There are three knockout moments in Front Porch Theatrical’s production of Alison Bechdel’s autobiographical musical Fun Home.
The first comes when “Medium Alison” (Nuala Cleary – playing Bechdel as a college student) gets seduced by Joan (Essence Stiggers) just after coming out to both herself and her family – the two actors capture the tense, sweet, and excruciatingly awkward dance of emotions between two people navigating that spark of desire and attraction deftly and with sly humor, and you can almost feel the charged chemistry between them.
The second is when “Small Alison” (the extremely talented young Livia Rocco, playing Bechdel as a pre-teen) sings “Ring of Keys,” a showstopper that conveys her dawning identification with a butch lesbian delivery driver who has just walked into a local diner. Rocco connects beautifully with the lyrics of the song, conjuring both the unseen woman who is the object of her admiration and Small Allison’s dumbstruck wonder that there is someone else in the world who is like her “in a certain way.”
And the third happens in the number “Telephone Wire,” in which Alison (Drew Leigh Williams, playing Bechdel as an adult) relives the memory of her last opportunity to have a conversation with her father, Bruce (Daniel Krell), who committed suicide shortly after that visit home from college. She had just come out to her parents and then learned from her mother that he himself was a closeted homosexual; the song is an anguished expression of loss and regret over words left unspoken, stories unshared, feelings unvoiced, and secrets taken to the grave. For those of us of a certain age who were raised by similarly silent, stoic fathers, such regret is poignantly familiar, and Williams traverses the whole range of complicated emotions their stubborn secrets provoke, from anger to bewilderment to deep yearning for a truth that will never out.
Those three moments also form the emotional spine of Fun Home, which traces the real Alison Bechdel’s attempts to piece together the jigsaw puzzle of her family history and make sense of her father’s life and death for the graphic memoir she published in 2006. The musical starts and ends at her drafting table, bouncing back and forth between the present day, her childhood, and her college years as she conjures memories of her relationship with her father and uncovers clues to the gay identity he repressed (and also regularly expressed, with a series of men represented by Tristan A. Hernandez).
The conceit here is that “Alison” is writing and illustrating the novel on which the musical was based, and the scenes that unfold are panels in her developing story. But the graphic novel’s capacity to use visual shortcuts to move quickly across time and space doesn’t translate readily to a theatrical space, where it takes time and labor to shift a scene from an elaborately furnished living room to, say, a funeral home showroom or a New York studio apartment; a major challenge presented by this musical is the logistics of scene transitions. Director Spencer Whale has proven himself adept at managing swift, strikingly choreographed transitions in the past – his production of Big Fish with the same company is a memorable example – but here he is hampered by a set that has too many ideas and too many moving parts. Scenic designer Britton Mauk seems to be working with the concept that the world of the play becomes more real the further Alison gets in her work on the memoir: in the opening scene, for example, a desk stands in for her mother’s piano, and her mother Helen (Cynthia Dougherty) mimes playing on its surface; the next time we see the interior of her childhood home, a real baby grand piano suddenly appears on stage. I found this concept more distracting than illuminating, both because it adds an additional layer of complication to an already complicated play and also because it makes for a proliferation of different degrees of non-, quasi-, and hyperrealistic furniture that must be hauled on and off by both cast members and stagehands (I can only imagine how crowded it must be backstage).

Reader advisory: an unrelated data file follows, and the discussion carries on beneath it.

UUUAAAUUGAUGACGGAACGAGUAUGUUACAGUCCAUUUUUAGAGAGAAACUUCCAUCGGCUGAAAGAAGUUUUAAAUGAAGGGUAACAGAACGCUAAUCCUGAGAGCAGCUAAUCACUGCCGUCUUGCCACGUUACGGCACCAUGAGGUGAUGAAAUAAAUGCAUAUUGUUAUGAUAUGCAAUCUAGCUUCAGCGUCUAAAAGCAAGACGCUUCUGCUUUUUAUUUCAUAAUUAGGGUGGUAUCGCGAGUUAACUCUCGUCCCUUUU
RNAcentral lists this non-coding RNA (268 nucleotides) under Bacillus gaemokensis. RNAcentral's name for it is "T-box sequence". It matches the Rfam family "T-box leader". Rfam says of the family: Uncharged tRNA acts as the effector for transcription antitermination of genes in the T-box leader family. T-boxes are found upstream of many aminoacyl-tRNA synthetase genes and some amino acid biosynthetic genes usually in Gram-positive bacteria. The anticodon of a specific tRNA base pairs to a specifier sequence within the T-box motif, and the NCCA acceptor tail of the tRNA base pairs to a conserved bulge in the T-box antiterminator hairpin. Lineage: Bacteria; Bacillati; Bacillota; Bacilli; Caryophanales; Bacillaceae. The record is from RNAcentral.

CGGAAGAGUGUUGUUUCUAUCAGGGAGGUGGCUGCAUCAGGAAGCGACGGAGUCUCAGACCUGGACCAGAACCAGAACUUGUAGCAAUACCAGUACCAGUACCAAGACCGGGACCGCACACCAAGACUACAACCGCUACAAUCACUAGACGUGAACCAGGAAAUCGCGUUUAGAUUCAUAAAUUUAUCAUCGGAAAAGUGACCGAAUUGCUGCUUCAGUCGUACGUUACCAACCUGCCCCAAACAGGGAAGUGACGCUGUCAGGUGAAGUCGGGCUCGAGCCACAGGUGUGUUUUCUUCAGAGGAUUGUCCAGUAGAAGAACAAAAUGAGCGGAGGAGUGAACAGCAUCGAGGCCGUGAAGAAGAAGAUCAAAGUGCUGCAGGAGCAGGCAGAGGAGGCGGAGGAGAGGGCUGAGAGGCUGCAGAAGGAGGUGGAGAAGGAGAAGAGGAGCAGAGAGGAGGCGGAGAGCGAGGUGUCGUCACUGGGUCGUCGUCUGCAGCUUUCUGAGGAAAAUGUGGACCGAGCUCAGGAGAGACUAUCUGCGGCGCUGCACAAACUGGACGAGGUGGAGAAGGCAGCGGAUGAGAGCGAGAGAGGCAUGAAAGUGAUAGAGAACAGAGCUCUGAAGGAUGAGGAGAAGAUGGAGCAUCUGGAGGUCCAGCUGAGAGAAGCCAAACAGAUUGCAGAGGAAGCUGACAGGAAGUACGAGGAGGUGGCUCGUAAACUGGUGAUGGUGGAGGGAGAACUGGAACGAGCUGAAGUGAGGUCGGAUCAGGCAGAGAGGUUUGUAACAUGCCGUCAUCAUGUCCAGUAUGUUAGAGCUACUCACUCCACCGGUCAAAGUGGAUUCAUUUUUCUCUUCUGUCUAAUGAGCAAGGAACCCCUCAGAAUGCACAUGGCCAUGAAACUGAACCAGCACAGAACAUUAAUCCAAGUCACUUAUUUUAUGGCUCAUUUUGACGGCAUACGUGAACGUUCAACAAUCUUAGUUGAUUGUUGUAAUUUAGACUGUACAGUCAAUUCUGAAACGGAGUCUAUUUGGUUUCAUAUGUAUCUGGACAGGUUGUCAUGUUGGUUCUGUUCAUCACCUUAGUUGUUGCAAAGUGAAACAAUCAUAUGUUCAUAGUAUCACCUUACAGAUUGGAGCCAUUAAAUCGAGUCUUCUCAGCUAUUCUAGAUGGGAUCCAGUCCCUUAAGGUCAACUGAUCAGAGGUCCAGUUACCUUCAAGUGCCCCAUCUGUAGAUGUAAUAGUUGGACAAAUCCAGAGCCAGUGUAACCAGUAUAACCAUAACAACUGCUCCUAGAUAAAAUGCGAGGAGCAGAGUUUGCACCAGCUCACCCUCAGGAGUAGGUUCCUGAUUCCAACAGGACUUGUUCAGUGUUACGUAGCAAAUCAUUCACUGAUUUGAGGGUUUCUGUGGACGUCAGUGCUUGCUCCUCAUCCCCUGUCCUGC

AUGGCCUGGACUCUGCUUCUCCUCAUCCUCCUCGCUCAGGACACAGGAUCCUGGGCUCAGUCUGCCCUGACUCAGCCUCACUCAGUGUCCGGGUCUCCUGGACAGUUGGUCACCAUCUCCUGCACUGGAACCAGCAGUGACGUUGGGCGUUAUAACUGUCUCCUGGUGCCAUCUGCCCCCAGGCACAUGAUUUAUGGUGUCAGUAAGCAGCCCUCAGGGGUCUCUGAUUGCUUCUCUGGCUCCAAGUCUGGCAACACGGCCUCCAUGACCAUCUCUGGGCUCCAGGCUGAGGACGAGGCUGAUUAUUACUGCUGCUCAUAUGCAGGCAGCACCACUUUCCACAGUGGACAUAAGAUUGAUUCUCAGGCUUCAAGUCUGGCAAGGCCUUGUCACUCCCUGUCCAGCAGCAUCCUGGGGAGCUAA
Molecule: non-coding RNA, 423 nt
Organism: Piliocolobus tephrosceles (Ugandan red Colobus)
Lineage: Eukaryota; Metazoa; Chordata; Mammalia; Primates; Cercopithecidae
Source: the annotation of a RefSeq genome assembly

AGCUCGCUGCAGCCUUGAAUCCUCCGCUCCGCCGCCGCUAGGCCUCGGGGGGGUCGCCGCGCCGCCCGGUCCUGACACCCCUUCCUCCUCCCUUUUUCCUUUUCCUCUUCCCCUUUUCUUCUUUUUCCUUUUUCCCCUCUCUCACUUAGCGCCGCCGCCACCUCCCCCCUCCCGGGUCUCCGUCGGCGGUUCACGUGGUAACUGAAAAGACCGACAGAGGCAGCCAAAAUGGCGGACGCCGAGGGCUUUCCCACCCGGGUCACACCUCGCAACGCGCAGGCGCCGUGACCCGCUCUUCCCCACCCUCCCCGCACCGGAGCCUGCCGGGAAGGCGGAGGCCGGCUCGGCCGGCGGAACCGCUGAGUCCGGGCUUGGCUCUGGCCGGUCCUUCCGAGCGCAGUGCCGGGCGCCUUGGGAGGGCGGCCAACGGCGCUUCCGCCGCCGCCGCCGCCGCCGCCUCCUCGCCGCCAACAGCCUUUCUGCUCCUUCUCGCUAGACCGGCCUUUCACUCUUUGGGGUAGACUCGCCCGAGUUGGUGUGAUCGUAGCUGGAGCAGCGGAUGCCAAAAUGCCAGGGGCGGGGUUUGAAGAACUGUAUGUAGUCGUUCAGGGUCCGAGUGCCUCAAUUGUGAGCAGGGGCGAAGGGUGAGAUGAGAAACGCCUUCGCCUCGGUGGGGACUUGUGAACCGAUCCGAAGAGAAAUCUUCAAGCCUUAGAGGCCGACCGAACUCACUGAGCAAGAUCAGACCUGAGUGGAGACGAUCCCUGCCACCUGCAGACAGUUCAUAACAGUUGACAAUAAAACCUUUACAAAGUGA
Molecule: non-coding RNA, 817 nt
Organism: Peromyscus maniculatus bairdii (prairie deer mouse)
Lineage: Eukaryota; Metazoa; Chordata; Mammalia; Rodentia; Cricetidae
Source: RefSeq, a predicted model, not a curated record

The “fun home” of the title is the Bechdel family nickname for the funeral home which is one of Bruce’s sources of income. Small Alison and her brothers Christian (Eamonn McElfresh) and John (Daniel Frontz) actually do have “fun” there, too: a comic highlight of the production is a scene in which the three siblings invent an irreverent commercial advertising their services, boasting, among other things, that their mourners are “so satisfied/ they like…our formaldehyde!” The three young cast members nail the comedy of the scene with mischievous exuberance and energetic choreography; momentarily stealing the show, they are a testament to the wisdom of the adage about the danger of sharing a stage with children or animals.
But even in its lightest moments, the secrets that Bechdel’s father took to his grave haunt the edges of this musical; Alison’s happy memories are continually juxtaposed with recollections of his volatile temper, demanding perfectionism, and verbal and emotional abuse. Fun Home is, in many ways, about the toll homophobia – and in particular, internalized homophobia – exacted on Bechdel’s father, on his marriage, and on his family; it’s about the self-hatred that closed him off to his daughter and made him into an enduring mystery to her. But it’s also – as the three emotional high points of the musical demonstrate – a musical about social and personal change over time, as the shameful “family secrets” of one generation become a point of pride and identity for the next.